Asking patient about the extent of pain and assessing systematically.
Believing that the degree of pain the patient reports is accurate.
Choosing the appropriate method of pain control for the patient and circumstances.
Delivering pain interventions appropriately and in a timely, logical manner.
Empowering patients and family by helping them to have control of the course of treatment.
The 5 key elements of pain assessment include:
- Words: use to describ pain, such as burning, stabbing, deep, shooting, and sharp. Some may complain of pressure, squeezing, and discomfort rather than pain.
- Intensity: use the appropriate scale to quantify the degree of pain.
- Location: where patient indicates pain.
- Duration: constant or comes and goes, breakthrough pain.
- Aggravating/ alleviating factors: those things that increase the intensity of pain and those that relieve the pain.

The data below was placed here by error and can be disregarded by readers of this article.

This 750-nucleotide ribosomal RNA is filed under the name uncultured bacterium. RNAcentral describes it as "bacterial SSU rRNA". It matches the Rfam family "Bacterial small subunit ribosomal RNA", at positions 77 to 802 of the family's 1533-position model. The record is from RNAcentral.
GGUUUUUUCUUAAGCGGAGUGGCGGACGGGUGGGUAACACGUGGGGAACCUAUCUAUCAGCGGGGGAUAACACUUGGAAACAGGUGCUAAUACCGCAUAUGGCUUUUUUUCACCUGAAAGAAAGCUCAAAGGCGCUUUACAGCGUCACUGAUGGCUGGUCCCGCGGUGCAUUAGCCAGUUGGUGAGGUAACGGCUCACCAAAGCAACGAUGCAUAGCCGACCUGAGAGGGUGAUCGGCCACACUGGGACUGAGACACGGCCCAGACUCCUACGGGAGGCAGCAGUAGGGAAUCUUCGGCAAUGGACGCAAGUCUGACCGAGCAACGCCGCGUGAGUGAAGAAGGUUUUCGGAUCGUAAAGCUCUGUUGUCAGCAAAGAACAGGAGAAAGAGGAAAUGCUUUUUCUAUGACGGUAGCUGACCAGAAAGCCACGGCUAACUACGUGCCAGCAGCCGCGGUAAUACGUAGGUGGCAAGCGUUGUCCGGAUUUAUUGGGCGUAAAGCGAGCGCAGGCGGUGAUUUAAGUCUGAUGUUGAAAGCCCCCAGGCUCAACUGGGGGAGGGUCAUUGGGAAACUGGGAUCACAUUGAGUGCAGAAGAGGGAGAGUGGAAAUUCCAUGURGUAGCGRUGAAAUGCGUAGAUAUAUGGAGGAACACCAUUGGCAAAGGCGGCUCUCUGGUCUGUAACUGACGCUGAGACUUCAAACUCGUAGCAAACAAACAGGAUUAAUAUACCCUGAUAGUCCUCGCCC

The best assessment of the patient’s pain is his own report. All other information is assessed as supporting this support. However, when this method is restricted or unavailable, physical signs and symptoms can help the nurse’s assessment capabilities. It is important to be familiar with the patient’s baseline or resting information to give a clear picture of the body changes may go through when experiencing significant pain. Systolic blood pressure, heart rate, and respiration may all increase above the patient’s normal parameters. Tightness or tension may be felt in major muscle groups. Posturing can also occur: the patient may guard areas of the body, curl around themselves in a “fetal” position or hold certain body portions rigid. Calling out, increased volume in speech, and moaning can also be indicators. Facial expressions such as flat affect or grimacing and distraction from their surroundings also indicate a significant increase in the stressful stimulus.